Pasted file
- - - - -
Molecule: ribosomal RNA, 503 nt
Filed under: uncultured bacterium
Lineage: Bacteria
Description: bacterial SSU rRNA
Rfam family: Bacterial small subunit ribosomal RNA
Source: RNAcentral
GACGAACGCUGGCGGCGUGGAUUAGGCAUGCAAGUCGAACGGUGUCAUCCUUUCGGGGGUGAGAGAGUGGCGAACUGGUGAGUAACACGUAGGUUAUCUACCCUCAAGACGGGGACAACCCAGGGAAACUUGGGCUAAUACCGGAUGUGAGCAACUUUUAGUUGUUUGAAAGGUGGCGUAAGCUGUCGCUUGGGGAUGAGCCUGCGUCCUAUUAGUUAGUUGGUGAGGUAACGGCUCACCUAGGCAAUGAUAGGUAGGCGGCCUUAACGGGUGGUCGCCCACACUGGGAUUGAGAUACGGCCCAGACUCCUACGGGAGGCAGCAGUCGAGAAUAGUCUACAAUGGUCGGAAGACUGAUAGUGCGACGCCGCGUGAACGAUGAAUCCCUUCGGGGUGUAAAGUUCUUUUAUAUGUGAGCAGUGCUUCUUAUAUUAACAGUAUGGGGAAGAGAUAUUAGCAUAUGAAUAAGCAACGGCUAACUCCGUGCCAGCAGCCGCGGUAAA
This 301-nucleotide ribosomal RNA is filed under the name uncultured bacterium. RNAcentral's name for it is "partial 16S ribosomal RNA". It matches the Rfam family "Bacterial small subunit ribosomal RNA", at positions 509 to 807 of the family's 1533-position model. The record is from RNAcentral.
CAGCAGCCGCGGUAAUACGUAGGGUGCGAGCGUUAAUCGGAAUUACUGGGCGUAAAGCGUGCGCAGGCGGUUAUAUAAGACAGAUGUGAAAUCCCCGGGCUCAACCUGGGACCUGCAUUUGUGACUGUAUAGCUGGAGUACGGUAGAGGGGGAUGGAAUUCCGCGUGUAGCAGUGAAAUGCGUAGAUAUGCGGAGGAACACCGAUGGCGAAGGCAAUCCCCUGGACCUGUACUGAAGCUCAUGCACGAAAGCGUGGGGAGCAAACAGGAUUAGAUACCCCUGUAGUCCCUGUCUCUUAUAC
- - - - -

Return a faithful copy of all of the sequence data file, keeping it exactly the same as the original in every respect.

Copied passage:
Molecule: ribosomal RNA, 503 nt
Filed under: uncultured bacterium
Lineage: Bacteria
Description: bacterial SSU rRNA
Rfam family: Bacterial small subunit ribosomal RNA
Source: RNAcentral
GACGAACGCUGGCGGCGUGGAUUAGGCAUGCAAGUCGAACGGUGUCAUCCUUUCGGGGGUGAGAGAGUGGCGAACUGGUGAGUAACACGUAGGUUAUCUACCCUCAAGACGGGGACAACCCAGGGAAACUUGGGCUAAUACCGGAUGUGAGCAACUUUUAGUUGUUUGAAAGGUGGCGUAAGCUGUCGCUUGGGGAUGAGCCUGCGUCCUAUUAGUUAGUUGGUGAGGUAACGGCUCACCUAGGCAAUGAUAGGUAGGCGGCCUUAACGGGUGGUCGCCCACACUGGGAUUGAGAUACGGCCCAGACUCCUACGGGAGGCAGCAGUCGAGAAUAGUCUACAAUGGUCGGAAGACUGAUAGUGCGACGCCGCGUGAACGAUGAAUCCCUUCGGGGUGUAAAGUUCUUUUAUAUGUGAGCAGUGCUUCUUAUAUUAACAGUAUGGGGAAGAGAUAUUAGCAUAUGAAUAAGCAACGGCUAACUCCGUGCCAGCAGCCGCGGUAAA
This 301-nucleotide ribosomal RNA is filed under the name uncultured bacterium. RNAcentral's name for it is "partial 16S ribosomal RNA". It matches the Rfam family "Bacterial small subunit ribosomal RNA", at positions 509 to 807 of the family's 1533-position model. The record is from RNAcentral.
CAGCAGCCGCGGUAAUACGUAGGGUGCGAGCGUUAAUCGGAAUUACUGGGCGUAAAGCGUGCGCAGGCGGUUAUAUAAGACAGAUGUGAAAUCCCCGGGCUCAACCUGGGACCUGCAUUUGUGACUGUAUAGCUGGAGUACGGUAGAGGGGGAUGGAAUUCCGCGUGUAGCAGUGAAAUGCGUAGAUAUGCGGAGGAACACCGAUGGCGAAGGCAAUCCCCUGGACCUGUACUGAAGCUCAUGCACGAAAGCGUGGGGAGCAAACAGGAUUAGAUACCCCUGUAGUCCCUGUCUCUUAUAC